OK, I know I haven't updated in a while, but felt the urge to write this up while it was fresh in my mind.
I'm hoping to make it a regular part of the blog, considering that I take workshops regularly, it will give me stuff to write about, at least!
Why workshops? Because it improves your dancing, duh!
Why with different teachers? Because no 2 dance alike. Because you never know what you're going to take away from the workshop, be it a new movement, a new way to listen to music, a new combination, improvement in technique and in the very worst instances... what not to do.
When should you take a workshop? Not as easy to answer, it's different for different people. If you have the income and the means, take as many as you can. Always take the ones that focus on how to interpret the music, because those are the most valuable in my opinion, especially if you're not a native speaker of the language.
Take the technique ones, because even if you think you know everything, you don't. I don't care how long you've been dancing, there is ALWAYS something to learn. Beware the dancer who is overcome by ennui and the sense that she knows everything.
Ok, on the workshop
Yousry Sharif Weekend, Sponsored by Katia of Boston, Lakeville, MA. March 25 and 26, 2011.
1. Location: The Burbs. It's about an hour drive roughly south of Boston, not difficult to actually get to and a pleasant ride. Plenty of places along the road to stop and do a little shopping, if you're into that (I'm not, despite my costume lust, an actual "shopper"). The traffic wasn't bad, since you're headed away from Boston, but in the summer could be difficult since that's when most people actually leave Boston and head out to the Cape and other summery locations. No commuter rail access on the weekends, which sucks if you don't have a car.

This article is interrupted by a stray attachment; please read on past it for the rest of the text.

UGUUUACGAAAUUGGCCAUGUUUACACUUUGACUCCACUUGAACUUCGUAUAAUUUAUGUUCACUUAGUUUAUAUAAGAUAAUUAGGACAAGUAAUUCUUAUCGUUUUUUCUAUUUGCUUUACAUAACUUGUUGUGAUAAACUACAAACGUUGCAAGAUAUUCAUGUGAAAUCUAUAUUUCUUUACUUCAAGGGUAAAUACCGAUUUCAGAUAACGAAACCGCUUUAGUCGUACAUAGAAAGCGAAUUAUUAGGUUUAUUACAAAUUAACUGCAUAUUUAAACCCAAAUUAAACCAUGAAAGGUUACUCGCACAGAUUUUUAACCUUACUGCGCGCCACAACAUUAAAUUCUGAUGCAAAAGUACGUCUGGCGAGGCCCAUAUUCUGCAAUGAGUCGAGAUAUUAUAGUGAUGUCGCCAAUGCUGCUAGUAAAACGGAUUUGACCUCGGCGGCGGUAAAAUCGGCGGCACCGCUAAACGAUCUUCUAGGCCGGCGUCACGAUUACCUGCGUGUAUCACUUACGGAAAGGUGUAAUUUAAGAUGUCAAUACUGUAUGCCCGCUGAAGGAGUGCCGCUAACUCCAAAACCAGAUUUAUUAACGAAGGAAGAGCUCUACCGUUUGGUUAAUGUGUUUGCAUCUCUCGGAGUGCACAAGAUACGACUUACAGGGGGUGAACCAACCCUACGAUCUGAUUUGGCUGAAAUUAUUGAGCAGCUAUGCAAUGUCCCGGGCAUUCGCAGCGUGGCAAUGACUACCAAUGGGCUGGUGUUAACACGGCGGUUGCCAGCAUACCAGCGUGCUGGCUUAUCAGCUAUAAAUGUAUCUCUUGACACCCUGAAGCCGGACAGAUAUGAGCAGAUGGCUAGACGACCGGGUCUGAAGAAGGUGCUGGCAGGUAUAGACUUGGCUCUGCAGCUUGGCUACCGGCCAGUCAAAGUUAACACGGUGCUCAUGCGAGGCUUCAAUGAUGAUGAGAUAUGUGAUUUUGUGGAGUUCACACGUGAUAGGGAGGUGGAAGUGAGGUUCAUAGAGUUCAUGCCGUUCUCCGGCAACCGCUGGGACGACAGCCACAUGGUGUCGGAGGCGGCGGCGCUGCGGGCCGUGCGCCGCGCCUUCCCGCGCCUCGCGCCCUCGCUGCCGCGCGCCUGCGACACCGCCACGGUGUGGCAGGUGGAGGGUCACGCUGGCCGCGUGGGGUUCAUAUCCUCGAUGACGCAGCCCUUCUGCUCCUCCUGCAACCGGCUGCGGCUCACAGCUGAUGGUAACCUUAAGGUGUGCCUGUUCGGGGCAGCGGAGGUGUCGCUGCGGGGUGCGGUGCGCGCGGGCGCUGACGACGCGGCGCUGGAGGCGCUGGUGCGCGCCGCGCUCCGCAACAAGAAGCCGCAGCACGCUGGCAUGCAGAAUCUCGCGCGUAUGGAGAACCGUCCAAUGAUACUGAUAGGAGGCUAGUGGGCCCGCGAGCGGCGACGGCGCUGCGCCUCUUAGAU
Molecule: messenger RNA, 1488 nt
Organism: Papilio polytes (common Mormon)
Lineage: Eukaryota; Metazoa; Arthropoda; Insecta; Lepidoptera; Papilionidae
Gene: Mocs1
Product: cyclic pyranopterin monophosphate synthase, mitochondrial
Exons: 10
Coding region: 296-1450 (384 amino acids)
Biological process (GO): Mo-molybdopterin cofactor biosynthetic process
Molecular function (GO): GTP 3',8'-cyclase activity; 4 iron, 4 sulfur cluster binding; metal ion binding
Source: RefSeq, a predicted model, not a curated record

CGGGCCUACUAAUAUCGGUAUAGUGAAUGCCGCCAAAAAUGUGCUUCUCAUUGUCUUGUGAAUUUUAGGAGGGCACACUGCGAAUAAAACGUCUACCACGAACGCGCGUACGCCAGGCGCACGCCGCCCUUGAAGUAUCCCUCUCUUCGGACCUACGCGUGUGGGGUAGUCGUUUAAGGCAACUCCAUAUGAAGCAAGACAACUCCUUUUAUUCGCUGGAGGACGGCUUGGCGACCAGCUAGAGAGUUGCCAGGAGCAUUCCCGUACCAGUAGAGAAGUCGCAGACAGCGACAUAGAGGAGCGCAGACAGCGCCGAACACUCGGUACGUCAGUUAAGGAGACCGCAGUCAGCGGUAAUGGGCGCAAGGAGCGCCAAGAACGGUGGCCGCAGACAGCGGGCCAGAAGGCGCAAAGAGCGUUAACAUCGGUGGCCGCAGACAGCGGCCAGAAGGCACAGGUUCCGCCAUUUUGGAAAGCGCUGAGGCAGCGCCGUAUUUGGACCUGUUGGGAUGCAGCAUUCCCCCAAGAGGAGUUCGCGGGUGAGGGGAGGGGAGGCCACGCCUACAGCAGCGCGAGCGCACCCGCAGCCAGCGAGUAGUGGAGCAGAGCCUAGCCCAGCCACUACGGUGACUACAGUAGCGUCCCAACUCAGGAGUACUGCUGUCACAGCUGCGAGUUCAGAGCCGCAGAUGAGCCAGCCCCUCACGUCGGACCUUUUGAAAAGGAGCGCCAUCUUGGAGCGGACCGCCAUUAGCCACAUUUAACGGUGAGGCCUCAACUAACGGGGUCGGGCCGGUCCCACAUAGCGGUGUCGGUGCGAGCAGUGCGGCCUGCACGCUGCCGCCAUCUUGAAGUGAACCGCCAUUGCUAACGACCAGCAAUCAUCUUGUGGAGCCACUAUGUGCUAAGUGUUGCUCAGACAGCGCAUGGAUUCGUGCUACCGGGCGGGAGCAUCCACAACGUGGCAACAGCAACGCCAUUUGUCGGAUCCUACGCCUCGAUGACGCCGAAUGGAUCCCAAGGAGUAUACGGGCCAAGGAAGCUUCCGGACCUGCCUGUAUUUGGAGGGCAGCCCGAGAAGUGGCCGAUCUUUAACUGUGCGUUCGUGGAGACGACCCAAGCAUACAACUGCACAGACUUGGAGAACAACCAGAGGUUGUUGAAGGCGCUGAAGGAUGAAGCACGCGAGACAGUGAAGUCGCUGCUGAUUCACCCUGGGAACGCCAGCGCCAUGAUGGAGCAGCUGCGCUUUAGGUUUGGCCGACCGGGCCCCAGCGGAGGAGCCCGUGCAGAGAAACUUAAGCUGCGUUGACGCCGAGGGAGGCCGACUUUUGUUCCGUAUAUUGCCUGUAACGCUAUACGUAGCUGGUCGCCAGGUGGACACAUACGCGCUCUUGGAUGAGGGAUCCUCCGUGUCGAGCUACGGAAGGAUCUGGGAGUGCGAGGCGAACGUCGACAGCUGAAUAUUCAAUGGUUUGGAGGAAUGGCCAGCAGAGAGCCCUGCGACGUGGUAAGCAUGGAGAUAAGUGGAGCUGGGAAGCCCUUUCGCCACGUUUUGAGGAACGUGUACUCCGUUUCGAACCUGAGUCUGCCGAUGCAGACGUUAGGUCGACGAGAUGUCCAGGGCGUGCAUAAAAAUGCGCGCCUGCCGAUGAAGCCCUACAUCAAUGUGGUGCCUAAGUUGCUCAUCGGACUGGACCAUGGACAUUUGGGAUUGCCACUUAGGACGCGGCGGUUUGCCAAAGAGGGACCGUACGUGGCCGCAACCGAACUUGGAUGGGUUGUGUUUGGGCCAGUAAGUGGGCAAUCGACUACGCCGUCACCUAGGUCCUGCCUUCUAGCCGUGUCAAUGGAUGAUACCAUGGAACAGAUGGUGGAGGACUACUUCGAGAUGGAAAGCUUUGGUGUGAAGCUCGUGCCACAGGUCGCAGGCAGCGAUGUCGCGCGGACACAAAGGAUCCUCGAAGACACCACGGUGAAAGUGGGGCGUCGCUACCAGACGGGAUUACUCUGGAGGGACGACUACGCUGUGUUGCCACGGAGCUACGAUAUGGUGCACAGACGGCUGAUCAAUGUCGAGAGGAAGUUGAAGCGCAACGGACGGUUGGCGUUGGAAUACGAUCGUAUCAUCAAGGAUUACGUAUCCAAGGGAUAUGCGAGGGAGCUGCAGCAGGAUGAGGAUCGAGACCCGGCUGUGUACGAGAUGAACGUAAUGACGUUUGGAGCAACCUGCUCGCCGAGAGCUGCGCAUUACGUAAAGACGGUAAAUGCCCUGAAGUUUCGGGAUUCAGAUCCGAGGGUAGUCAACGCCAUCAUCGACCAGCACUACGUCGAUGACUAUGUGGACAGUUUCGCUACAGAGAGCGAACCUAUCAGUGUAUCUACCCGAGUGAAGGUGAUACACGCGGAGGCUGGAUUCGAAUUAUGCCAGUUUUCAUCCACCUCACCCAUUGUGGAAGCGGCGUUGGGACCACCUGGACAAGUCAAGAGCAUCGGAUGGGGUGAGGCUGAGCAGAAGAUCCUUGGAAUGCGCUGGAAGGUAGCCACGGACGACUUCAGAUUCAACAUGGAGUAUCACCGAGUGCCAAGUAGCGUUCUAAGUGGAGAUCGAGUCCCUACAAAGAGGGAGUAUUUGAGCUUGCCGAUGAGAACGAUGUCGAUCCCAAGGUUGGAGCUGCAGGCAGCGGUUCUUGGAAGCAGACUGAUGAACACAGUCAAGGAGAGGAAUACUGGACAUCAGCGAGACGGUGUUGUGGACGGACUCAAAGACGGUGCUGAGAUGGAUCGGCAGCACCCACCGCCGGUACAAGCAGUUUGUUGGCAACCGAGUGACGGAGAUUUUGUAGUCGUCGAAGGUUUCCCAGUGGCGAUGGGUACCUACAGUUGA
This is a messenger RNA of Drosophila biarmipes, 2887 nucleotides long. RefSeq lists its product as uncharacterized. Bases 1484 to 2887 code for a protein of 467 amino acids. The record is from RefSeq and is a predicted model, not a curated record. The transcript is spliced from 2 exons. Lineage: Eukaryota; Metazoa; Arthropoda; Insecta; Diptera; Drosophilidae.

2. Studio: almost a proper dance studio, with the exception of the floor, which was linoleum. Hated the floor. luckily I had my little capezio dance slippers (these) *which I LOVE. I also brought my dance sneakers** which turned out to be a good idea for the saidi portion. My only comment , other than the floor, was that it would have been nice to have mirrors on at least 2 sides so that you can check your posture. There was ample parking. The workshop was filled to capacity, there would have been space for maybe one more person, but not 2. I really didn't like the floor, which felt cold and hurt my feet. But coming prepared with shoes and socks and leg warmers made an enormous difference.
3. Timing: as in starting and ending, exquisite. The warm up was a yoga based one conducted by Maisa, which was excellent, even though I arrived both days a bit late and missed the start up.
4. Communication: Excellent as well. Katia made sure that she sent information about every step of the workshop, location, directions, where to eat, etc. There was nothing left to chance and no ambiguity.
5: The Teaching! Finally!: this was NOT a workshop for beginner's. If you did not know how to properly execute a hip drop, there was no stopping and explaining. You either got it, or you didn't. I can't repeat enough, there was no breakdown. You should keep this in mind in the event that you want to attend one of these workshops, you will work hard. There will be no stopping for breaking movements down. You should study the basics and have them firmly under your hip belt in order to get the choreography, because THAT is the focus. Yousry did stop and explain when he wanted a certain look to a movement. For example, there was one portion of the song that is very slow and dramatic and the choreography calls for head and chest movements together. Obviously, you can do this in multiple ways, but he explained when the group was doing more just head movements that the feel of the movement wasn't static and required more emotion and emphasis, not just percussive head flinging (fun as that often is).